The Daughters Join the Party by Joanna Philbin. Little, Brown and Co., 2011. Currently available.
Genre: YA Realistic Fiction
Face Value: This book is part of a series, and the covers all have the same concept for the design: you see the back half of some girls as they partake in an activity related to the story. I am not a fan of book covers that de-personalize characters by concealing their faces, especially female characters. Also, one of those girls is supposed to be Emma, who totally wouldn’t wear any of the dresses in that cover image. One of Emma’s key qualities is her unconventional style – so they should at least acknowledge that by putting one of the cover models in Doc Martens or something.
Does it break the slate? Yes! Given the cover packaging and the fact that this is the fourth book in a series about celebrity daughters, I started reading with a healthy dose of skepticism. But Emma Conway is absolutely a Slatebreaker, and she remains one despite the limitations imposed upon her family during her father’s presidential campaign.
Who would we give it to? A young reader who struggles with a parent’s career in the spotlight would enjoy this book. Emma’s experience of being simultaneously excited about and frustrated with her father’s campaign could resonate with a lot of kids who have to live their lives in public scrutiny, thanks to their parents’ careers.
Review: Did you notice the last name of the author? It’s Philbin. As in Regis Philbin. Yes, Regis’s daughter Joanna writes a series of YA books about the daughters of celebrities. I guess the advice to “write what you know” really stuck with her.
I was impressed by Philbin’s approach to the celebrity daughter concept. Emma Conway, the protagonist of this fourth book in the Daughters series, is surprisingly well grounded despite her father’s status as a junior senator for New York and a rising political star. Yes, Emma goes to fancy schools and can afford a nicer handbag than the rest of us, but she also has some very typical life challenges. She struggles with her self-esteem and worries that she doesn’t fit in at all with her family. Because her brother is super smart, she feels that she can never compete academically and thus screws around in school, gaining a reputation as the family failure.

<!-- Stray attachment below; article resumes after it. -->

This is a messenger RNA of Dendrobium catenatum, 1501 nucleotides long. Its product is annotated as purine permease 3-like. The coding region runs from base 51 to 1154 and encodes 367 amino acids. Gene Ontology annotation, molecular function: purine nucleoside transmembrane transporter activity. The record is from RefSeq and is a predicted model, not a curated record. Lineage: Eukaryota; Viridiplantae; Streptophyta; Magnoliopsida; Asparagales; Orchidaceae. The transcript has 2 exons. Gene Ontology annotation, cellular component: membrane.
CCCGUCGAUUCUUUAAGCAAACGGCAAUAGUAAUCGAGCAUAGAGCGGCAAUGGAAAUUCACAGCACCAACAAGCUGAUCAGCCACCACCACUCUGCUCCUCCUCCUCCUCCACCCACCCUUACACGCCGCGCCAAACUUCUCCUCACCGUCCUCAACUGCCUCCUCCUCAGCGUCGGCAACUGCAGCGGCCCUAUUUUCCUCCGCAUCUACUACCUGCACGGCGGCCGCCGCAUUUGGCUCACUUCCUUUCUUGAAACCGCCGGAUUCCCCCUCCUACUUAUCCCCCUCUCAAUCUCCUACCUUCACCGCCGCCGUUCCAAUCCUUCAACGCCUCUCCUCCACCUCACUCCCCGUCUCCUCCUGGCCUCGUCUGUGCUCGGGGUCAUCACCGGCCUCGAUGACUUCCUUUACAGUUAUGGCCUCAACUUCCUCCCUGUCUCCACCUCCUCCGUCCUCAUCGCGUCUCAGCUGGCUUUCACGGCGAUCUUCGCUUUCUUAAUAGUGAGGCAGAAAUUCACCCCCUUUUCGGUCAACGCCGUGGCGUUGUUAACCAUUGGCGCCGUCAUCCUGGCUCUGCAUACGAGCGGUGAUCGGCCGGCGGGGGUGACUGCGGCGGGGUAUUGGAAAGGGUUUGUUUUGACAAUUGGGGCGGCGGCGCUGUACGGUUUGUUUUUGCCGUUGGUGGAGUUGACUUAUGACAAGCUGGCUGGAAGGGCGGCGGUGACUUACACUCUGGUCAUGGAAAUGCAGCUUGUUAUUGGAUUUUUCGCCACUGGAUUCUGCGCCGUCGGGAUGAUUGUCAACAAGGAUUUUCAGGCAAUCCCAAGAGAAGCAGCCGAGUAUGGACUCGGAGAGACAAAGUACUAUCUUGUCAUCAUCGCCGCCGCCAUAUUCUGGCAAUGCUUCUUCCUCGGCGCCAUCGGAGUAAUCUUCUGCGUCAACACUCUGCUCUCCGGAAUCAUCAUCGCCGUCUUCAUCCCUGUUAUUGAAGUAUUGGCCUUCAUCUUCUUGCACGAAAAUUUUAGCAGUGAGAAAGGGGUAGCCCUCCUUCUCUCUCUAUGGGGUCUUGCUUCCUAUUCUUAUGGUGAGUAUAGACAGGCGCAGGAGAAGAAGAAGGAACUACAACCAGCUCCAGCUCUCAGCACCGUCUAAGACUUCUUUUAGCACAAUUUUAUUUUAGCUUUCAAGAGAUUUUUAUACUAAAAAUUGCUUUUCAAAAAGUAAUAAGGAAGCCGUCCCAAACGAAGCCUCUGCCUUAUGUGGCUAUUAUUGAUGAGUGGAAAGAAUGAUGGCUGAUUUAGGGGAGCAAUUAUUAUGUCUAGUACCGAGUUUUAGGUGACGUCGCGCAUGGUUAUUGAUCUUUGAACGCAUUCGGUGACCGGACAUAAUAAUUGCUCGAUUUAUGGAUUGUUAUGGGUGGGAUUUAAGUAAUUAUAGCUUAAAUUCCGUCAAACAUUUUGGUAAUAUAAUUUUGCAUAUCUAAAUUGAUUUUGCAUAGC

Emma hits rock bottom when she gets expelled from her fancy boarding school for trying to sneak into a boy’s room. On the same day she gets expelled, she learns that her father is going to run for president – and Emma realizes that her whole world is about to change. Now her rebellious behavior has effects that she cannot even comprehend, and could possible jeopardize her father’s career.
Once Emma has transferred to Chadwick, the private school at which her brother reigns supreme, she is wary about fitting in. And she has to watch her behavior now that her father’s campaign is heating up. Luckily, Emma fits right in with Lizzie, Carina, and Hudson – the other three celebrity daughters of the series, who happen to also attend Chadwick.
Emma finds herself taking on greater responsibility as her father’s campaign gains strength. She makes an impromptu speech one night, and the media loves her so much that she becomes a regular feature on the campaign circuit. Emma struggles with this new role as “campaign darling.” Her initial speech was totally improvised, and would have gotten her in major trouble with her parents and the campaign manager if it hadn’t been so well received by the media. But the speeches she gives on the campaign trail are canned, pre-written, and don’t reflect Emma’s true values. Although she is excited about finally being respected by her parents, Emma chafes at the restrictive nature of these campaign appearances. She feels divided, and must decide whether or not she still wants to be involved in the campaign if it means she has to act like someone she will never be.
Emma is a very appealing heroine because she is definitely flawed. She is too spontaneous, and even her friends tell her that she needs to stop and think more before she does something outrageous. Yet it is her spontaneous quality that makes her a superstar of her dad’s campaign – the media loves that a senator’s daughter has such a refreshing take on the current state of youth in the US. As a Slatebreaker and a daughter in the spotlight, Emma has more power than she realizes. Even an offhand comment has major repercussions, because it could be reported nationwide in an instant.
Emma has to think about her behavior in a way that most of us can avoid when we are adolescents. Yes, we make mistakes and our parents get mad and then we move on. We grow up to regret those stupid decisions but we can still be excellent, contributing citizens. Emma’s mistakes, however, affect way more people. It’s a lot of responsibility for a fifteen-year-old girl, but Emma handles it pretty well. Yes, she fumbles along the way, but that’s what makes her such a lovable character. She’s definitely human, even though she lives an extremely privileged lifestyle. Even if they’re not living the celebrity lifestyle, readers can appreciate Emma’s tough choices. I found this book to be very thought-provoking as I watched the media coverage of candidate’s families. I wonder if anyone has ever given Sasha and Malia Obama a copy of this book – and I wonder what they would say about it. It’s something that I will definitely think about as I watch the results come in next Tuesday night.
Reviewed from a copy purchased at Bookworld in Marquette, MI.